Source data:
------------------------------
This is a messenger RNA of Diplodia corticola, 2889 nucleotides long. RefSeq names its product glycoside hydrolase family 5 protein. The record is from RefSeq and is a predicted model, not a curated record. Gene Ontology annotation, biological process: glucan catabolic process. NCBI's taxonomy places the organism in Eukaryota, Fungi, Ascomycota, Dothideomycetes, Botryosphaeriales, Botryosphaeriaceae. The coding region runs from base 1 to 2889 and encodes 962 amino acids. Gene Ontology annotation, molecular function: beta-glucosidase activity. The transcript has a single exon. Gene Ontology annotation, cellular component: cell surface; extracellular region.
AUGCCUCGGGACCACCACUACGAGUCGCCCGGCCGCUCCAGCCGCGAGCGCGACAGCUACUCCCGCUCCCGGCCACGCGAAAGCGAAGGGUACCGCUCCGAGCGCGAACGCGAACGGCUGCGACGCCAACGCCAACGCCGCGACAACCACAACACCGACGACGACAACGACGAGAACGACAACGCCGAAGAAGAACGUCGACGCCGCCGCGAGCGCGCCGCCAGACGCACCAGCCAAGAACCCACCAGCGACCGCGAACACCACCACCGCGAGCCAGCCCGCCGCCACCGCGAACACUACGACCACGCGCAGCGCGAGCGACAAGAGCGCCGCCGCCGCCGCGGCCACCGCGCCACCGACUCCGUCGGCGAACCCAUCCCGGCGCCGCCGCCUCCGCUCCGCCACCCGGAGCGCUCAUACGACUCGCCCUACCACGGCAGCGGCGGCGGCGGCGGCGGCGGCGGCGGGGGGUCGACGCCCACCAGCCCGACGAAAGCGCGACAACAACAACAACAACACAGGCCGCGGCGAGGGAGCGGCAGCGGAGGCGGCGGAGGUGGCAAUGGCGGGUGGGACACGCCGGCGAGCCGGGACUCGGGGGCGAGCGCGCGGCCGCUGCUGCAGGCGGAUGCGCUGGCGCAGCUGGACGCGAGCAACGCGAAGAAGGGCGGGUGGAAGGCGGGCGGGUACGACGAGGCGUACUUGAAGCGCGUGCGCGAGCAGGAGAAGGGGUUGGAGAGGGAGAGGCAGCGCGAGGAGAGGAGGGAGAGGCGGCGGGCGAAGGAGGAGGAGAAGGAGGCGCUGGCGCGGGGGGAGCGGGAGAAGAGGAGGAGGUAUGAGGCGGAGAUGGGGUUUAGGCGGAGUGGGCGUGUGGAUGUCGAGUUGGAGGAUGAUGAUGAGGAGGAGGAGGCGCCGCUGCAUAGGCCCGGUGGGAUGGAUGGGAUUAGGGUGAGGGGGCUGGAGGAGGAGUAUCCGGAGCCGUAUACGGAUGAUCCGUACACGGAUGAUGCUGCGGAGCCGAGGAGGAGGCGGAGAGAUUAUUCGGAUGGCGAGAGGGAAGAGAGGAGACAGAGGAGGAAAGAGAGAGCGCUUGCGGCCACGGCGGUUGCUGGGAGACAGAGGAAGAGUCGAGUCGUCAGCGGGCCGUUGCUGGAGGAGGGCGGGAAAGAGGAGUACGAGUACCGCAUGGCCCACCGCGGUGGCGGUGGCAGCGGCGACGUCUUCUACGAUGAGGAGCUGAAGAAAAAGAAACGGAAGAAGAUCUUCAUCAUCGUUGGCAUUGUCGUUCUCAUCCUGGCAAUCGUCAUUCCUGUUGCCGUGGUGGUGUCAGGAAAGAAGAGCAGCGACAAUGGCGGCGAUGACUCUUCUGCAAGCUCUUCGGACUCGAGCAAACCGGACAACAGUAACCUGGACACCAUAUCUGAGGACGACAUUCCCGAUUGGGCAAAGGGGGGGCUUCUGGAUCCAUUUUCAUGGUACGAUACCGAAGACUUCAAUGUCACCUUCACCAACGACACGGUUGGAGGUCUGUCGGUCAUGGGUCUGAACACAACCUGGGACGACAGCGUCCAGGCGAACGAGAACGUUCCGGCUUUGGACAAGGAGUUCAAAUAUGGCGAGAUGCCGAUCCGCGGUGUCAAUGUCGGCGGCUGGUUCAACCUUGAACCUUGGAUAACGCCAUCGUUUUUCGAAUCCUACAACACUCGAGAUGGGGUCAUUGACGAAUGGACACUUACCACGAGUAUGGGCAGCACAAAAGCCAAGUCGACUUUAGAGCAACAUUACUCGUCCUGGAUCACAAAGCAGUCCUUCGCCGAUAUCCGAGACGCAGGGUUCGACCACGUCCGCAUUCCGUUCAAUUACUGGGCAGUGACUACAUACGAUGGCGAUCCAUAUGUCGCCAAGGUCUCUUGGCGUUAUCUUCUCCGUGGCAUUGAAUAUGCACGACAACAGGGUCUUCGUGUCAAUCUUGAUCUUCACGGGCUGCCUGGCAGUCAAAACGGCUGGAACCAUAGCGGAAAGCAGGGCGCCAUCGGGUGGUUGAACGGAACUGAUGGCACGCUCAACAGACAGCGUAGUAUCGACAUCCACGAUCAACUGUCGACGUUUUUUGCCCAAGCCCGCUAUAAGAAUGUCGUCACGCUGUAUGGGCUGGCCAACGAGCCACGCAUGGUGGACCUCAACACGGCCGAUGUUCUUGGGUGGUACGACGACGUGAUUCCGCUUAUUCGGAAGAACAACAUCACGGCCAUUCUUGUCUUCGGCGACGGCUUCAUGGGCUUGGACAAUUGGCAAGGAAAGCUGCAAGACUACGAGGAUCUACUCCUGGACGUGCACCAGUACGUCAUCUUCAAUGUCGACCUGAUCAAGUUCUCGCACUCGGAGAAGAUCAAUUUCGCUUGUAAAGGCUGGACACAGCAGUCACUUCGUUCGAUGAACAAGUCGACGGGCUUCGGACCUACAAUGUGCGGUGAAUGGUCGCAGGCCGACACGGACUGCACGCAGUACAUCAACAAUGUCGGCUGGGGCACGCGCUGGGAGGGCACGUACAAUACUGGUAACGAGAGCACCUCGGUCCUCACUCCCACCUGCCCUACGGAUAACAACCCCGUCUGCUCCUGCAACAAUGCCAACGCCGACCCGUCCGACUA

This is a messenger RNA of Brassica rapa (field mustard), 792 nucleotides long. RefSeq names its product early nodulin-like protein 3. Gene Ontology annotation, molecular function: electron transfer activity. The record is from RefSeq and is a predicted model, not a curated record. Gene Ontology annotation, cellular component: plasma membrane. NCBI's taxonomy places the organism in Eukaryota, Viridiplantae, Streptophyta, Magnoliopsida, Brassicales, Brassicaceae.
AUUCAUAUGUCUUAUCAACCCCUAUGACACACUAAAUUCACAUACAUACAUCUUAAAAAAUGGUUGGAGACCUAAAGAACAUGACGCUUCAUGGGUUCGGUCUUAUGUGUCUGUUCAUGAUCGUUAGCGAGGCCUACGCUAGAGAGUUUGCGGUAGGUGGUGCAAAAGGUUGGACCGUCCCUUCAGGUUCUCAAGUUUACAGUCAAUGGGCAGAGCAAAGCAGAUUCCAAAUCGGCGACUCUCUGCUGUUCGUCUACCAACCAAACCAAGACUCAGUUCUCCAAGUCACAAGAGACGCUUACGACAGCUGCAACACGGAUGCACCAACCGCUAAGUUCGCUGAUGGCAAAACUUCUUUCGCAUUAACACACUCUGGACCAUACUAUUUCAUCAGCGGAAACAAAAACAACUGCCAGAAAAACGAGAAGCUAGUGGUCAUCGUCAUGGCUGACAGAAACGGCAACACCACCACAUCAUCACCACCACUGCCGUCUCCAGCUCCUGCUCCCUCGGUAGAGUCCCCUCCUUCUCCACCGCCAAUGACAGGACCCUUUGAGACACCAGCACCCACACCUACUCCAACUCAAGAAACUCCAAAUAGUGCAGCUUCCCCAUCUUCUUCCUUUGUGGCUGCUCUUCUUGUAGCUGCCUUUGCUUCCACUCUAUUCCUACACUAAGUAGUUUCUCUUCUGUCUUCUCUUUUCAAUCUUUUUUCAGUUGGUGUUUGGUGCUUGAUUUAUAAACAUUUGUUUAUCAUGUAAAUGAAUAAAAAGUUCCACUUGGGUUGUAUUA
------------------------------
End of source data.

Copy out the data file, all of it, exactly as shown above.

This is a messenger RNA of Diplodia corticola, 2889 nucleotides long. RefSeq names its product glycoside hydrolase family 5 protein. The record is from RefSeq and is a predicted model, not a curated record. Gene Ontology annotation, biological process: glucan catabolic process. NCBI's taxonomy places the organism in Eukaryota, Fungi, Ascomycota, Dothideomycetes, Botryosphaeriales, Botryosphaeriaceae. The coding region runs from base 1 to 2889 and encodes 962 amino acids. Gene Ontology annotation, molecular function: beta-glucosidase activity. The transcript has a single exon. Gene Ontology annotation, cellular component: cell surface; extracellular region.
AUGCCUCGGGACCACCACUACGAGUCGCCCGGCCGCUCCAGCCGCGAGCGCGACAGCUACUCCCGCUCCCGGCCACGCGAAAGCGAAGGGUACCGCUCCGAGCGCGAACGCGAACGGCUGCGACGCCAACGCCAACGCCGCGACAACCACAACACCGACGACGACAACGACGAGAACGACAACGCCGAAGAAGAACGUCGACGCCGCCGCGAGCGCGCCGCCAGACGCACCAGCCAAGAACCCACCAGCGACCGCGAACACCACCACCGCGAGCCAGCCCGCCGCCACCGCGAACACUACGACCACGCGCAGCGCGAGCGACAAGAGCGCCGCCGCCGCCGCGGCCACCGCGCCACCGACUCCGUCGGCGAACCCAUCCCGGCGCCGCCGCCUCCGCUCCGCCACCCGGAGCGCUCAUACGACUCGCCCUACCACGGCAGCGGCGGCGGCGGCGGCGGCGGCGGCGGGGGGUCGACGCCCACCAGCCCGACGAAAGCGCGACAACAACAACAACAACACAGGCCGCGGCGAGGGAGCGGCAGCGGAGGCGGCGGAGGUGGCAAUGGCGGGUGGGACACGCCGGCGAGCCGGGACUCGGGGGCGAGCGCGCGGCCGCUGCUGCAGGCGGAUGCGCUGGCGCAGCUGGACGCGAGCAACGCGAAGAAGGGCGGGUGGAAGGCGGGCGGGUACGACGAGGCGUACUUGAAGCGCGUGCGCGAGCAGGAGAAGGGGUUGGAGAGGGAGAGGCAGCGCGAGGAGAGGAGGGAGAGGCGGCGGGCGAAGGAGGAGGAGAAGGAGGCGCUGGCGCGGGGGGAGCGGGAGAAGAGGAGGAGGUAUGAGGCGGAGAUGGGGUUUAGGCGGAGUGGGCGUGUGGAUGUCGAGUUGGAGGAUGAUGAUGAGGAGGAGGAGGCGCCGCUGCAUAGGCCCGGUGGGAUGGAUGGGAUUAGGGUGAGGGGGCUGGAGGAGGAGUAUCCGGAGCCGUAUACGGAUGAUCCGUACACGGAUGAUGCUGCGGAGCCGAGGAGGAGGCGGAGAGAUUAUUCGGAUGGCGAGAGGGAAGAGAGGAGACAGAGGAGGAAAGAGAGAGCGCUUGCGGCCACGGCGGUUGCUGGGAGACAGAGGAAGAGUCGAGUCGUCAGCGGGCCGUUGCUGGAGGAGGGCGGGAAAGAGGAGUACGAGUACCGCAUGGCCCACCGCGGUGGCGGUGGCAGCGGCGACGUCUUCUACGAUGAGGAGCUGAAGAAAAAGAAACGGAAGAAGAUCUUCAUCAUCGUUGGCAUUGUCGUUCUCAUCCUGGCAAUCGUCAUUCCUGUUGCCGUGGUGGUGUCAGGAAAGAAGAGCAGCGACAAUGGCGGCGAUGACUCUUCUGCAAGCUCUUCGGACUCGAGCAAACCGGACAACAGUAACCUGGACACCAUAUCUGAGGACGACAUUCCCGAUUGGGCAAAGGGGGGGCUUCUGGAUCCAUUUUCAUGGUACGAUACCGAAGACUUCAAUGUCACCUUCACCAACGACACGGUUGGAGGUCUGUCGGUCAUGGGUCUGAACACAACCUGGGACGACAGCGUCCAGGCGAACGAGAACGUUCCGGCUUUGGACAAGGAGUUCAAAUAUGGCGAGAUGCCGAUCCGCGGUGUCAAUGUCGGCGGCUGGUUCAACCUUGAACCUUGGAUAACGCCAUCGUUUUUCGAAUCCUACAACACUCGAGAUGGGGUCAUUGACGAAUGGACACUUACCACGAGUAUGGGCAGCACAAAAGCCAAGUCGACUUUAGAGCAACAUUACUCGUCCUGGAUCACAAAGCAGUCCUUCGCCGAUAUCCGAGACGCAGGGUUCGACCACGUCCGCAUUCCGUUCAAUUACUGGGCAGUGACUACAUACGAUGGCGAUCCAUAUGUCGCCAAGGUCUCUUGGCGUUAUCUUCUCCGUGGCAUUGAAUAUGCACGACAACAGGGUCUUCGUGUCAAUCUUGAUCUUCACGGGCUGCCUGGCAGUCAAAACGGCUGGAACCAUAGCGGAAAGCAGGGCGCCAUCGGGUGGUUGAACGGAACUGAUGGCACGCUCAACAGACAGCGUAGUAUCGACAUCCACGAUCAACUGUCGACGUUUUUUGCCCAAGCCCGCUAUAAGAAUGUCGUCACGCUGUAUGGGCUGGCCAACGAGCCACGCAUGGUGGACCUCAACACGGCCGAUGUUCUUGGGUGGUACGACGACGUGAUUCCGCUUAUUCGGAAGAACAACAUCACGGCCAUUCUUGUCUUCGGCGACGGCUUCAUGGGCUUGGACAAUUGGCAAGGAAAGCUGCAAGACUACGAGGAUCUACUCCUGGACGUGCACCAGUACGUCAUCUUCAAUGUCGACCUGAUCAAGUUCUCGCACUCGGAGAAGAUCAAUUUCGCUUGUAAAGGCUGGACACAGCAGUCACUUCGUUCGAUGAACAAGUCGACGGGCUUCGGACCUACAAUGUGCGGUGAAUGGUCGCAGGCCGACACGGACUGCACGCAGUACAUCAACAAUGUCGGCUGGGGCACGCGCUGGGAGGGCACGUACAAUACUGGUAACGAGAGCACCUCGGUCCUCACUCCCACCUGCCCUACGGAUAACAACCCCGUCUGCUCCUGCAACAAUGCCAACGCCGACCCGUCCGACUA

This is a messenger RNA of Brassica rapa (field mustard), 792 nucleotides long. RefSeq names its product early nodulin-like protein 3. Gene Ontology annotation, molecular function: electron transfer activity. The record is from RefSeq and is a predicted model, not a curated record. Gene Ontology annotation, cellular component: plasma membrane. NCBI's taxonomy places the organism in Eukaryota, Viridiplantae, Streptophyta, Magnoliopsida, Brassicales, Brassicaceae.
AUUCAUAUGUCUUAUCAACCCCUAUGACACACUAAAUUCACAUACAUACAUCUUAAAAAAUGGUUGGAGACCUAAAGAACAUGACGCUUCAUGGGUUCGGUCUUAUGUGUCUGUUCAUGAUCGUUAGCGAGGCCUACGCUAGAGAGUUUGCGGUAGGUGGUGCAAAAGGUUGGACCGUCCCUUCAGGUUCUCAAGUUUACAGUCAAUGGGCAGAGCAAAGCAGAUUCCAAAUCGGCGACUCUCUGCUGUUCGUCUACCAACCAAACCAAGACUCAGUUCUCCAAGUCACAAGAGACGCUUACGACAGCUGCAACACGGAUGCACCAACCGCUAAGUUCGCUGAUGGCAAAACUUCUUUCGCAUUAACACACUCUGGACCAUACUAUUUCAUCAGCGGAAACAAAAACAACUGCCAGAAAAACGAGAAGCUAGUGGUCAUCGUCAUGGCUGACAGAAACGGCAACACCACCACAUCAUCACCACCACUGCCGUCUCCAGCUCCUGCUCCCUCGGUAGAGUCCCCUCCUUCUCCACCGCCAAUGACAGGACCCUUUGAGACACCAGCACCCACACCUACUCCAACUCAAGAAACUCCAAAUAGUGCAGCUUCCCCAUCUUCUUCCUUUGUGGCUGCUCUUCUUGUAGCUGCCUUUGCUUCCACUCUAUUCCUACACUAAGUAGUUUCUCUUCUGUCUUCUCUUUUCAAUCUUUUUUCAGUUGGUGUUUGGUGCUUGAUUUAUAAACAUUUGUUUAUCAUGUAAAUGAAUAAAAAGUUCCACUUGGGUUGUAUUA